Canada is one of the highest per capita emitters of greenhouse gases. Our rapidly melting permafrost releases massive amounts of the potent greenhouse gas methane, amplifying our contribution to the global crisis of climate change. Alberta’s tar sands require enormous amounts of energy and water to extract, further compounding Canada’s already excessive emissions. Is there not an ethical component to our demand for a greater share of the Earth’s atmosphere than most other nations? Rapid exploitation of Canada’s tar sands — by companies from countries including theU.S., Korea, and China — is not crucial for our nation’s survival or even well-being, yet we ignore the impact on the rest of the world. If that isn’t unethical, I don’t know what is.

Stop The Tar Sands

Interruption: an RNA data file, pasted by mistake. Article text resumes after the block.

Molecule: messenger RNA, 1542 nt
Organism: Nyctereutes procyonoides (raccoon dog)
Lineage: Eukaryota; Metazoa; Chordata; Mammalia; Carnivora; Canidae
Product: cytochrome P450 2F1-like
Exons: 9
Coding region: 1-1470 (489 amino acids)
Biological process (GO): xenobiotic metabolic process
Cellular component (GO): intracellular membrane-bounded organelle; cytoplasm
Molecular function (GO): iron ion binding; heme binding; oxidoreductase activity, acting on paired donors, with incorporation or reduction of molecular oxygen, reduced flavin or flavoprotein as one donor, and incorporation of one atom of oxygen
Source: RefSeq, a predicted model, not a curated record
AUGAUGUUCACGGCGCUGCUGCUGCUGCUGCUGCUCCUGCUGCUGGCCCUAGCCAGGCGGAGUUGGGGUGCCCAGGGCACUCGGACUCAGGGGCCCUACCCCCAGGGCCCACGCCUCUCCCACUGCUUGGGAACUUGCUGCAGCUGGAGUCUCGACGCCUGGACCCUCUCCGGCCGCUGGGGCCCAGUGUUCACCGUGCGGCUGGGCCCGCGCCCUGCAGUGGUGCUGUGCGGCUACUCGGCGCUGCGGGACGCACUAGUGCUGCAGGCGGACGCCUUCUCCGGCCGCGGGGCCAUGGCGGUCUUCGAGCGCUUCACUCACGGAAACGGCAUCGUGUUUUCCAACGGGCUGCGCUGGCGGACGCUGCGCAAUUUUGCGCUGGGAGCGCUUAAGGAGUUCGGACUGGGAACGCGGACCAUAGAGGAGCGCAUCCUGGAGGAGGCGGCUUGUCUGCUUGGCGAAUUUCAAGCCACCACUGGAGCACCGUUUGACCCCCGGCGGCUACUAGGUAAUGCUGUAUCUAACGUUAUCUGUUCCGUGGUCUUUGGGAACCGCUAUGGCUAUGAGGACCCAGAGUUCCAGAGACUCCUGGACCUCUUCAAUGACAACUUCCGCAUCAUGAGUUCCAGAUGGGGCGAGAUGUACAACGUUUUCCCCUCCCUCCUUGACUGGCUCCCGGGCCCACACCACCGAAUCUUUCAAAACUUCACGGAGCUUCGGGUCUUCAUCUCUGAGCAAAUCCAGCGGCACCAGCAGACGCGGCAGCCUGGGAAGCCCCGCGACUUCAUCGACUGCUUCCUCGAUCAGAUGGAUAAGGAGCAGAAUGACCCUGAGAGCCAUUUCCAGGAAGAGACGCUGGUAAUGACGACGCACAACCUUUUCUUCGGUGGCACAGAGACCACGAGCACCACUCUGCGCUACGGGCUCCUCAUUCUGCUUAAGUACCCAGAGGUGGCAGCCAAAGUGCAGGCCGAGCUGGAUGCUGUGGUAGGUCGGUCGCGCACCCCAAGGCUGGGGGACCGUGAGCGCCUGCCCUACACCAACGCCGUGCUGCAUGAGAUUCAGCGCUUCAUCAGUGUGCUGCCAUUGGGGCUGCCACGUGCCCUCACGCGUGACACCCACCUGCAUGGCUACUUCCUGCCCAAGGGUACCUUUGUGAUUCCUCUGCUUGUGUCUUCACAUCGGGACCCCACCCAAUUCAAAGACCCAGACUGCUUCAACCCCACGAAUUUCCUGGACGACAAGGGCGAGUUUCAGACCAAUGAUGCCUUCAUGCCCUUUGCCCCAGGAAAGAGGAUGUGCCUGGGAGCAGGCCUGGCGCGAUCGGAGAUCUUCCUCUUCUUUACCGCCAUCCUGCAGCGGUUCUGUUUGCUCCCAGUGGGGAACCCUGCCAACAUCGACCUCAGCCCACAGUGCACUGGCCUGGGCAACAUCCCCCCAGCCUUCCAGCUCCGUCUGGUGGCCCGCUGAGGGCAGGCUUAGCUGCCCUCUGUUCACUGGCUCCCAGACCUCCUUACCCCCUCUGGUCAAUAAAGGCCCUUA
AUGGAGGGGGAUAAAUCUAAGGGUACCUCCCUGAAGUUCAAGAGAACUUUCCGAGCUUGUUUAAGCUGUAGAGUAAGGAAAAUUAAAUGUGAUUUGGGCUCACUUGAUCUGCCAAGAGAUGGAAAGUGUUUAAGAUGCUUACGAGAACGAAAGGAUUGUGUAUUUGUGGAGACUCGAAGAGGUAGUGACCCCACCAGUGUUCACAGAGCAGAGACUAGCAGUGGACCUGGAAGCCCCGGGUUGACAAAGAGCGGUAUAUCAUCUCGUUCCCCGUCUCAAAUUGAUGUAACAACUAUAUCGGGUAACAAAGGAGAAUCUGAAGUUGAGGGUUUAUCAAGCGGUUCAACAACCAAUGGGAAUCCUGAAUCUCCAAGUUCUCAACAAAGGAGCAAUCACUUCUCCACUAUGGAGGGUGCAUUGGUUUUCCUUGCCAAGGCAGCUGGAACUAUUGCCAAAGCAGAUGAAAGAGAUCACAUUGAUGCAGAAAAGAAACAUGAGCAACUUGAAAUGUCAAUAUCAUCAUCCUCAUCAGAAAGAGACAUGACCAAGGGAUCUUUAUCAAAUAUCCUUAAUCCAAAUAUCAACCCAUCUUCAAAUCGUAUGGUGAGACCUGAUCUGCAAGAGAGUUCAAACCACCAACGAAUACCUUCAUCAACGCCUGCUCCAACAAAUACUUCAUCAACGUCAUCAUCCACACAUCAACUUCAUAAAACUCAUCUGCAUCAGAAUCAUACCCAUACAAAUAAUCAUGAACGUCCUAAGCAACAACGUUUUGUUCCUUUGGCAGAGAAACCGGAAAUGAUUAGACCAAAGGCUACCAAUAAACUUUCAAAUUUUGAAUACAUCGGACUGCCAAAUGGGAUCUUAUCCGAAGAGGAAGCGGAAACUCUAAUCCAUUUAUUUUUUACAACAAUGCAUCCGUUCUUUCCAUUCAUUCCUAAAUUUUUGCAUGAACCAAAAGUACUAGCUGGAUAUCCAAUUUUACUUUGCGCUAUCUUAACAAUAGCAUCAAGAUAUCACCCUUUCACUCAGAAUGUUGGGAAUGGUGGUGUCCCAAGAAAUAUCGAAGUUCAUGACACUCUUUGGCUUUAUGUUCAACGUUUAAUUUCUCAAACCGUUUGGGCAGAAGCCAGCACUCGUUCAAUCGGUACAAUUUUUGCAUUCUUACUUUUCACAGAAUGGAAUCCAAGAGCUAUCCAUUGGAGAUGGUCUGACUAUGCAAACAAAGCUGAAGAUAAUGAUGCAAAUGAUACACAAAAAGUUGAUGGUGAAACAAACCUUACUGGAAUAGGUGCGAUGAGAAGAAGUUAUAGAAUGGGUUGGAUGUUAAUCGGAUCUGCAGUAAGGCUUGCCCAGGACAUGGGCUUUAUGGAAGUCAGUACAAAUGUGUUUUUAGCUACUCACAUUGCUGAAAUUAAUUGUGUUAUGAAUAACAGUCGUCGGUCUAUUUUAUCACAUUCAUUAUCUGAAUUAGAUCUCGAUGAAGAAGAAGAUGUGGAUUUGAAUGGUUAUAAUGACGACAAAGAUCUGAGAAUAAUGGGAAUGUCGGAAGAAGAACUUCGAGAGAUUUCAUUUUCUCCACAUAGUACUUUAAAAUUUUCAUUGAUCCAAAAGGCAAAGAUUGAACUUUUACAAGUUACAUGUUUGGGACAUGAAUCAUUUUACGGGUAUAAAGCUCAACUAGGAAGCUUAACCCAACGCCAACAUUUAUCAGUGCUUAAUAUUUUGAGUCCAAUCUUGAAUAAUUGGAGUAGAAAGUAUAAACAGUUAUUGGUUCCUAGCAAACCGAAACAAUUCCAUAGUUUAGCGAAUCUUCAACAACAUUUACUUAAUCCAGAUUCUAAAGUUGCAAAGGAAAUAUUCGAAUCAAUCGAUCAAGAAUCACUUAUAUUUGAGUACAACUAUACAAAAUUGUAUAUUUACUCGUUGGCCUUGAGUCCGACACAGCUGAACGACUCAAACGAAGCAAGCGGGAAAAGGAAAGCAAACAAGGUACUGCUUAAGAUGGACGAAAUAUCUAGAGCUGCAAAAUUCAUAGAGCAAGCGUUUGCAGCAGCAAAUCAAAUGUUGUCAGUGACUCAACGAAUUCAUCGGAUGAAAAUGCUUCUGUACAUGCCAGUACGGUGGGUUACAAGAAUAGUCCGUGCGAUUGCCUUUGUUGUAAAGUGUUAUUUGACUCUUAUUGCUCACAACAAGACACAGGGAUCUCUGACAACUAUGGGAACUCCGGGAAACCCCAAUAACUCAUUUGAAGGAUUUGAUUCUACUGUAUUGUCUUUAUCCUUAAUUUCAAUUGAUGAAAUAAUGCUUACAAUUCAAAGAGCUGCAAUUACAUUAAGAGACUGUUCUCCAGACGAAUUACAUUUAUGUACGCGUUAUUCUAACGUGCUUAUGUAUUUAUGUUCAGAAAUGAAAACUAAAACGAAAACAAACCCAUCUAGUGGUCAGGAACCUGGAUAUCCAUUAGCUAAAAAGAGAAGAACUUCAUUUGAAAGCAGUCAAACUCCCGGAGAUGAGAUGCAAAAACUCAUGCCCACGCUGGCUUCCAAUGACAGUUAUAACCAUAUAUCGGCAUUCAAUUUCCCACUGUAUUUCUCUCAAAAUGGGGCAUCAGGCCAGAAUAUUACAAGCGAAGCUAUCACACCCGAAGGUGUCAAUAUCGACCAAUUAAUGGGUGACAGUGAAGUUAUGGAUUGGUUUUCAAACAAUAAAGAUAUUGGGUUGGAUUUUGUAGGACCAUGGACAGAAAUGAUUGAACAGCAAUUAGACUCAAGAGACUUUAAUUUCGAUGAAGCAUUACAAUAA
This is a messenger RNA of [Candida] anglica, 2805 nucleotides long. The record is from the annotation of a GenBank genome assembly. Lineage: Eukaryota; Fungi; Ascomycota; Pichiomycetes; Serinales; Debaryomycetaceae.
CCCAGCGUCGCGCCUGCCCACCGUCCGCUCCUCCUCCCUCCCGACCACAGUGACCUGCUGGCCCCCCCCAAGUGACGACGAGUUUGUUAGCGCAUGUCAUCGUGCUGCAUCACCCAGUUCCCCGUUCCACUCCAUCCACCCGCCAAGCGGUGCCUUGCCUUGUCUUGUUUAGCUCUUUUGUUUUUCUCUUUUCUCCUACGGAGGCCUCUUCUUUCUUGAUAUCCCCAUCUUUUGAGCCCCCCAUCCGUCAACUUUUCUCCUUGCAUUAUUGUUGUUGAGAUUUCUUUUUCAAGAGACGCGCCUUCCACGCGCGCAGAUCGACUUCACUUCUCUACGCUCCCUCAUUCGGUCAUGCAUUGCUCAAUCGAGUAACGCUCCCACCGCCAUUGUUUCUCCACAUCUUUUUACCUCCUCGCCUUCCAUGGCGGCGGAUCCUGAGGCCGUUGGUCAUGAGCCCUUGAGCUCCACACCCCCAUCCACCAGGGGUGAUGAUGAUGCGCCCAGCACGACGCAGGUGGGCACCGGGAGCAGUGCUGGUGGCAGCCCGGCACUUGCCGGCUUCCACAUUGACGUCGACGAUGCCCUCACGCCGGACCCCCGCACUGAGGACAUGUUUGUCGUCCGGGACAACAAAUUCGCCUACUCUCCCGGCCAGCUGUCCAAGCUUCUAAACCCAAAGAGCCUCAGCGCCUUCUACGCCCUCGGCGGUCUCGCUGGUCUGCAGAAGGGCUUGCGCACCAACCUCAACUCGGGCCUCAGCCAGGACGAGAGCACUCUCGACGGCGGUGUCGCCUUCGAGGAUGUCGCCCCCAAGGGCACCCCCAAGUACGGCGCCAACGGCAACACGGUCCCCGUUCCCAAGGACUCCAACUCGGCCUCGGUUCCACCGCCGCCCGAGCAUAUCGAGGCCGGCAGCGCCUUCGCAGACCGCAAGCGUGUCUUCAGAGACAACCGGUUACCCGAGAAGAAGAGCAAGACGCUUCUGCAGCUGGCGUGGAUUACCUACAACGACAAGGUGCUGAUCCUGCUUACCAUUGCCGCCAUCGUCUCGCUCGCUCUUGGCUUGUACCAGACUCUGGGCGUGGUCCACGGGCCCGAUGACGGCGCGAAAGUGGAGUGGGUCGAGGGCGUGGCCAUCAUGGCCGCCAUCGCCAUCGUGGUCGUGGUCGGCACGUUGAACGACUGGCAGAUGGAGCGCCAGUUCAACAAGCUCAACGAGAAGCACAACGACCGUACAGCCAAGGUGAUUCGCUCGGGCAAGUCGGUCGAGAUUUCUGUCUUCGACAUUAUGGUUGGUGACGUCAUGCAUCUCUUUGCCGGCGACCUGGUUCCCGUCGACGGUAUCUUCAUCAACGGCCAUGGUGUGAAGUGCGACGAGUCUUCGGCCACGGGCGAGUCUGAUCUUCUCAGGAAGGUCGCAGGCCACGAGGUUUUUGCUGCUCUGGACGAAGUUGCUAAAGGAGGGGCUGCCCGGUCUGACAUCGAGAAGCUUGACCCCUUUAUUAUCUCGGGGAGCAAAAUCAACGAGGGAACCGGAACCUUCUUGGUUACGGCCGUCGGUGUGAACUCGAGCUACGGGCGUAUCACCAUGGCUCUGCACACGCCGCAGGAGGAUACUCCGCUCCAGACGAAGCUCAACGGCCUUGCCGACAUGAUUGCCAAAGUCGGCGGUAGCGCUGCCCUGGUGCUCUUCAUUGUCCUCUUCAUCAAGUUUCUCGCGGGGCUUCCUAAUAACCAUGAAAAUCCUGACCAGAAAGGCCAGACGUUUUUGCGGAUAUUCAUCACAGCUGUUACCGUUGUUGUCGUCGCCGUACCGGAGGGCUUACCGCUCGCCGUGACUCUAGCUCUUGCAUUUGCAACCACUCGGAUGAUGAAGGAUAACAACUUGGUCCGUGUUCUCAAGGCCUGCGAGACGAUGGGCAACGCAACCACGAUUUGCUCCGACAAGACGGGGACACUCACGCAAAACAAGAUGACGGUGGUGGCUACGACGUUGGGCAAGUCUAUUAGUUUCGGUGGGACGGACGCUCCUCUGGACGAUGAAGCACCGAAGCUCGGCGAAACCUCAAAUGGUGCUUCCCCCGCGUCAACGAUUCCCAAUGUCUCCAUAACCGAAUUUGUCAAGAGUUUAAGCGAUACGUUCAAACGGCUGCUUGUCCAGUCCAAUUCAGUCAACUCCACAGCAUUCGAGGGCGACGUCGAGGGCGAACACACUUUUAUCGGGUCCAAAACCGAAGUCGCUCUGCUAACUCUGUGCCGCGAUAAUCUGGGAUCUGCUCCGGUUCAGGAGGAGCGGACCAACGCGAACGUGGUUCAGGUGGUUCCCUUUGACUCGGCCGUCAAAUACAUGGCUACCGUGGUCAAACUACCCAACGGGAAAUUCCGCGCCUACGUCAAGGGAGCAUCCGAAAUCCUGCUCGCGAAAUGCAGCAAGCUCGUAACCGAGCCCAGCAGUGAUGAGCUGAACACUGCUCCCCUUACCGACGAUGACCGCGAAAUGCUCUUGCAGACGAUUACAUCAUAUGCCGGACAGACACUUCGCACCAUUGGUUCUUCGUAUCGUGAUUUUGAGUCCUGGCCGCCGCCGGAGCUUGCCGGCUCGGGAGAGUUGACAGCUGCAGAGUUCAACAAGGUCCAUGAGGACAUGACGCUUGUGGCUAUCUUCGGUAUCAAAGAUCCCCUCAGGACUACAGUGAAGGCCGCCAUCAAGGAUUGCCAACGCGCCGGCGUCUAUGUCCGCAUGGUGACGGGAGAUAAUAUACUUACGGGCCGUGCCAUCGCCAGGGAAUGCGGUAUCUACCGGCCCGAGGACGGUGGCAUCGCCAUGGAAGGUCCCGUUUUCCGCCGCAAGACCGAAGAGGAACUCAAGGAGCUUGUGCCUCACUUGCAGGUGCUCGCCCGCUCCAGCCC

14 Dec

Not surprising but still ultimately sad. The guardian’s take here, which nicely sums up the (non)-repercussions of backing out of Kyoto at this point, and what it would have taken to meet Kyoto (it’s true that by now it was way too late).

From PostNoBills:

The Canadian government currently lead by Prime-Minister Stephen Harper is not gambling with our future, gambling implies that we are unsure of the result, Stephen Harper, his governement and the governemnt of Alberta lead by current premier Alison Redford as well as the various vested buisness interests are plainly and simply destroying our environment. Here are a couple of quick facts: About 90% of the water used to process the Tar Sands ends up in acutely toxic tailing ponds that line the Athabaska River and threaten the health of the whole river basin. For every barrel of oil extracted, six barrels of tailings are produced.  [Steph: For every 1 barrel of oil extracted, 3 barrels of water are used.] According to a recent Environmental Defense report, the ponds are already leaking over 11 million litres a day of contaminated water into the environment. Should proposed projects proceed on schedule, 2012 would see a five-fold increase, to over 25 billion litres a year.